SANTA BARBARA, Calif. – Plains All American Pipeline has received a portion of the lab results from an analysis of tarballs collected from California beaches following the May 19 accidental crude oil release from its Line 901 in Santa Barbara County. More than 50 samples were collected along the shoreline from as far west as Gaviota and as far south as far south as San Clemente Beach. In addition, samples were taken from seeps in the area known to be sources of shoreline oiling and from oil released from Line 901.
Analysis of initial samples suggests that some of the Line 901 released oil appears to have migrated over time to beaches in Ventura and Los Angeles Counties along with oil from other sources, some of which has been confirmed to be from natural oil seeps.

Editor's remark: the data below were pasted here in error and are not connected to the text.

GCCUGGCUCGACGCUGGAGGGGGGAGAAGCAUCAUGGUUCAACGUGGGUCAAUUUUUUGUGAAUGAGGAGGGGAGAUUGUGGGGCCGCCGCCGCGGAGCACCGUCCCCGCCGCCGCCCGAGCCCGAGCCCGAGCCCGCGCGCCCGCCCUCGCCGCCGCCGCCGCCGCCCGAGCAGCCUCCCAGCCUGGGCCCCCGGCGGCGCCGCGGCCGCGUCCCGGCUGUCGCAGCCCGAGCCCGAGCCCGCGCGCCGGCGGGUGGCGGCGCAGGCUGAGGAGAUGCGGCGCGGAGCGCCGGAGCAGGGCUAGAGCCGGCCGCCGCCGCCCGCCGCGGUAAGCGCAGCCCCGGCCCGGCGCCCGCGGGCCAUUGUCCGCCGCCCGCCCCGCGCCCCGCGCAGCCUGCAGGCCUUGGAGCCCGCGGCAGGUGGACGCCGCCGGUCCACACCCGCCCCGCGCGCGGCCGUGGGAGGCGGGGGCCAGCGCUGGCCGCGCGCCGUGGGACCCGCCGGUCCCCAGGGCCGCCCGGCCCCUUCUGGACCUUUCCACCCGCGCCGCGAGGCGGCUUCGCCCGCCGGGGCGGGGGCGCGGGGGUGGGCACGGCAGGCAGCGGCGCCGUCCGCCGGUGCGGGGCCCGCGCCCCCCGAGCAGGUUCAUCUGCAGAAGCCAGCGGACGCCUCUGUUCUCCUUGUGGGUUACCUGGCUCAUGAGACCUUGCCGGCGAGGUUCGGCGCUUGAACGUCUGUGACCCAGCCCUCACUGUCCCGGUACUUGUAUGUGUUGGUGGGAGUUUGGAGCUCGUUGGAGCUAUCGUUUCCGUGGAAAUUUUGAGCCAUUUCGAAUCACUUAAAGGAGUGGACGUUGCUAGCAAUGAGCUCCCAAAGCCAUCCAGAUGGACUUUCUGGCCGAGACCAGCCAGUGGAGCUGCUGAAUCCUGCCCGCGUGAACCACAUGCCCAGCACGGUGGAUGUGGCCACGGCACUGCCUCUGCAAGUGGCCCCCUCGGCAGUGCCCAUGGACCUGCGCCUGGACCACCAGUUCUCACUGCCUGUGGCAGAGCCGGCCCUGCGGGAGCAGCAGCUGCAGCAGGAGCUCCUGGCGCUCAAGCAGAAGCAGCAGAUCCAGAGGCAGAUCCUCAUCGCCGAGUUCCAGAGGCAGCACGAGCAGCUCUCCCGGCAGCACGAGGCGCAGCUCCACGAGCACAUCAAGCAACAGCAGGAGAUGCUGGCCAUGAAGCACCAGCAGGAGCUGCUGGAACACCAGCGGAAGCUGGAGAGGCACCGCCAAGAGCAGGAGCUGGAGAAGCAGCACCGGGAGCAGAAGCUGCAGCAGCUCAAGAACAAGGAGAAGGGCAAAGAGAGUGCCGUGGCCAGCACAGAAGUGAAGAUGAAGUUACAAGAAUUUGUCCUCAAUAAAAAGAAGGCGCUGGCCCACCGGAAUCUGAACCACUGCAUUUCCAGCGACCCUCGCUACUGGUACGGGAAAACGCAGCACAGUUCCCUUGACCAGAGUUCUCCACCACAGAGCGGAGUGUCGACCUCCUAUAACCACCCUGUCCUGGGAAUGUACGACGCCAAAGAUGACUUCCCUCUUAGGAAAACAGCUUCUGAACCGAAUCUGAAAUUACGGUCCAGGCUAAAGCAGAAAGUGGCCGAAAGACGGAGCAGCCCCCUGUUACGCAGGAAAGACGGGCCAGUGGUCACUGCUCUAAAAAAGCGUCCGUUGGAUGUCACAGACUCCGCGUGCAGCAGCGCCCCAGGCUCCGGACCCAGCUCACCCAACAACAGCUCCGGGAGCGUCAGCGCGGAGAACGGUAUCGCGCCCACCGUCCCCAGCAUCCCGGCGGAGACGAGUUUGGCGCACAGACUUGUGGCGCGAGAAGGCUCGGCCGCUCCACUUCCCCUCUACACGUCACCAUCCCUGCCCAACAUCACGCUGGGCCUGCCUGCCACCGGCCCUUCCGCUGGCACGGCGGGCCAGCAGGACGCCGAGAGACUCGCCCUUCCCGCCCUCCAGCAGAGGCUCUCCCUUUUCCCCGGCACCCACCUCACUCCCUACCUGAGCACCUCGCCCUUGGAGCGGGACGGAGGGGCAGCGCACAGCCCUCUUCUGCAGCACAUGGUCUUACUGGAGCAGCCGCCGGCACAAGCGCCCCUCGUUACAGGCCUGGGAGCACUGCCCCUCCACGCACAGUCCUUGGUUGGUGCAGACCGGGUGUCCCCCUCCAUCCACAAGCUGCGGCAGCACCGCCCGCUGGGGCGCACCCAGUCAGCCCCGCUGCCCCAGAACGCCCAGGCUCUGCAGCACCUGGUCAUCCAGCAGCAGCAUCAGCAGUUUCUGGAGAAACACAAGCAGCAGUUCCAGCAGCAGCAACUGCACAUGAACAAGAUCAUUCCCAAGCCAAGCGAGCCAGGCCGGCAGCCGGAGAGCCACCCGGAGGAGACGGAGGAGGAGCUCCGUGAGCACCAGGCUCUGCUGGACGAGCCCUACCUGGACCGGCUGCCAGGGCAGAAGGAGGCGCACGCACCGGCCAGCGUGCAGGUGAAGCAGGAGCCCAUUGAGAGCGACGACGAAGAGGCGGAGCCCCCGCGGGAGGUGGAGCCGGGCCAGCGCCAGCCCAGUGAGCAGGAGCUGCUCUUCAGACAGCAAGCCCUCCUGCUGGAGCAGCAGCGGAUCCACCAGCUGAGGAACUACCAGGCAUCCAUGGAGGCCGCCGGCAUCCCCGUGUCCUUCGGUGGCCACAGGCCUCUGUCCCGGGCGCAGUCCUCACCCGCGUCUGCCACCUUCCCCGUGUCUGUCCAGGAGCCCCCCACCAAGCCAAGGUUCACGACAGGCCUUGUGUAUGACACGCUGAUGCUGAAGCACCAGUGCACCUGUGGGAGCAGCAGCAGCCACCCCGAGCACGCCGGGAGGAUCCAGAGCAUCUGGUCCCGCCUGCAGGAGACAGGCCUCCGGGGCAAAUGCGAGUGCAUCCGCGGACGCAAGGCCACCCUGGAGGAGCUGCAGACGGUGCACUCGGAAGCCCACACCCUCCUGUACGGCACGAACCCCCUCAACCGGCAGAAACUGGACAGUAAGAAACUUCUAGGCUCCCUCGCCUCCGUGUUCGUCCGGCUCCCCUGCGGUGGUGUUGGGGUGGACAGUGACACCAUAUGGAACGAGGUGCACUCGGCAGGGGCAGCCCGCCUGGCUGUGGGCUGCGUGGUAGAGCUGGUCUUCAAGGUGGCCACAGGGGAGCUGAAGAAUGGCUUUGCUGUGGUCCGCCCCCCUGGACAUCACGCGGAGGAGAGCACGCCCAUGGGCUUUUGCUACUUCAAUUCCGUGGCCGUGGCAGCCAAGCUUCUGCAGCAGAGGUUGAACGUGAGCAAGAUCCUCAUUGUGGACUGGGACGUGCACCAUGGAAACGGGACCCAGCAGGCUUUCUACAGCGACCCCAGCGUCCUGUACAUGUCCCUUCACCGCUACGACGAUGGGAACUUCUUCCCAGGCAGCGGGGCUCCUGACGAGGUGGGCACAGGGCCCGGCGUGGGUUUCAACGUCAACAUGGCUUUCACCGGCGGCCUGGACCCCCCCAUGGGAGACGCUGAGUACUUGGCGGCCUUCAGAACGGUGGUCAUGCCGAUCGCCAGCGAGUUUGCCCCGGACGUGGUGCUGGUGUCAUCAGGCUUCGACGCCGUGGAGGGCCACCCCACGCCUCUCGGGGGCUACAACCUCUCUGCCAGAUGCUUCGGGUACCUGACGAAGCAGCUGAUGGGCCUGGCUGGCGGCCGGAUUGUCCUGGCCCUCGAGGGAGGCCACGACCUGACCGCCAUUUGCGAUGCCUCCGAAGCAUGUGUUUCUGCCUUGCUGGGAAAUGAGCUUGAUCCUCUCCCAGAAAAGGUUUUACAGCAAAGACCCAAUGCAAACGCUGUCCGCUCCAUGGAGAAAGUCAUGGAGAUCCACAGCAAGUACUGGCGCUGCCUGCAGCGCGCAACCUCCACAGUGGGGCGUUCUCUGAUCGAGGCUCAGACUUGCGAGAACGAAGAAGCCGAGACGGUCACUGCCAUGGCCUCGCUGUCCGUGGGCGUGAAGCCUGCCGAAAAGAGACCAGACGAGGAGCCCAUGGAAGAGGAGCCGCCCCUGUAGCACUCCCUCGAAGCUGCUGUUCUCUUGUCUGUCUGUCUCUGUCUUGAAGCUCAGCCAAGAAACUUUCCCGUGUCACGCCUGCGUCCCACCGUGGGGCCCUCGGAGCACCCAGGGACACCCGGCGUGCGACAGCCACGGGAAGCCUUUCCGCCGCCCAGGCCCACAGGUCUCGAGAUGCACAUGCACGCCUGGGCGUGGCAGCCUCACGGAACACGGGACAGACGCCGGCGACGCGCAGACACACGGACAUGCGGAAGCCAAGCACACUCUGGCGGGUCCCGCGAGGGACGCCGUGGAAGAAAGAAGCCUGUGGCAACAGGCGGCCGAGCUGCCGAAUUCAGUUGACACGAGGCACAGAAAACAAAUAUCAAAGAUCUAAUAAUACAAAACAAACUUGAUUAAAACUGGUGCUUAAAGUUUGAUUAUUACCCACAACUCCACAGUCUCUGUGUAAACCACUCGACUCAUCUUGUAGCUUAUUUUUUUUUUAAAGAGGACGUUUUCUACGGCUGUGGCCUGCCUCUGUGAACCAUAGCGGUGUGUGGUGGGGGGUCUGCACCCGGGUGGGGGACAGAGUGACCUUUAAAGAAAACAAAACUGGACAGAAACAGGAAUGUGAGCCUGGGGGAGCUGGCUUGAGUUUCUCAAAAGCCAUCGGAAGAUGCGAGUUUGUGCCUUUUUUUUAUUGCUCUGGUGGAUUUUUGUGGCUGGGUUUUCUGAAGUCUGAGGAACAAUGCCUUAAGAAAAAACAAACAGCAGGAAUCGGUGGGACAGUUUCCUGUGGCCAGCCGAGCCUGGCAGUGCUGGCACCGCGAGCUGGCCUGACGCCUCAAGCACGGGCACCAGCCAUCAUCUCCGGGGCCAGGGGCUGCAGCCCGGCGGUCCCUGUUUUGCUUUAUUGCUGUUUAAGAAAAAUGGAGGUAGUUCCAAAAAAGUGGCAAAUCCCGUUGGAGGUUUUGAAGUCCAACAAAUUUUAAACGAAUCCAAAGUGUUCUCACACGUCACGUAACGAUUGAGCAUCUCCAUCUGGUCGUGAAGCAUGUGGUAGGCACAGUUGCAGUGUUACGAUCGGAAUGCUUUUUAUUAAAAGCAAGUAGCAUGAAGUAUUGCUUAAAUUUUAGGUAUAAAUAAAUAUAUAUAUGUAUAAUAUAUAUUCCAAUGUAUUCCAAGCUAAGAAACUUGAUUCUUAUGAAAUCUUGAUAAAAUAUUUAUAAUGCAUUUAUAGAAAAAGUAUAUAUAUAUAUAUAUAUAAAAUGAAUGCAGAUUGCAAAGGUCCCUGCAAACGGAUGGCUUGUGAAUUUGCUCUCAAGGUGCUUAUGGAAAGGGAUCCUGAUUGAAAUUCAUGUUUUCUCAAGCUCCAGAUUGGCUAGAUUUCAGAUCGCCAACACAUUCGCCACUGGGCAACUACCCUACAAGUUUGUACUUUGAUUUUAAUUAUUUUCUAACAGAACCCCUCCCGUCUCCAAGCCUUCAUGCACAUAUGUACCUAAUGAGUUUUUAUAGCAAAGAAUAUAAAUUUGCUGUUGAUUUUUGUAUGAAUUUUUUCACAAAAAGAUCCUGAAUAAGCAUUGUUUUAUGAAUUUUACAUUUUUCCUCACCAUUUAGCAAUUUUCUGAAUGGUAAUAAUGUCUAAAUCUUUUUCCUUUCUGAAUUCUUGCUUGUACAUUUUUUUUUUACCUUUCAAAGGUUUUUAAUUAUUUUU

Following the report of tarballs on Manhattan Beach in Los Angeles County, tarball samples from nine locations in that area were collected on May 27 by the United States Coast Guard and shared with Plains.
Lab results from six samples have been received to date. The results indicate that two of the samples are consistent with the oil from the Line 901 release and the other four samples are consistent with samples from natural seeps in the Santa Barbara region. Results for the remaining three samples are pending.
Scientists from Woods Hole Oceanographic Institution in Massachusetts and the University of California, Santa Barbara used analytical techniques to provide chemical “fingerprints” of the tarballs, seeps and Line 901 oil. Oil fingerprinting is used to determine the source of shoreline oiling by industry, researchers and government/regulatory entities.
Once the lab analyses for all samples collected during the Line 901 response are complete, sampling results will be posted at www.plainsline901response.com.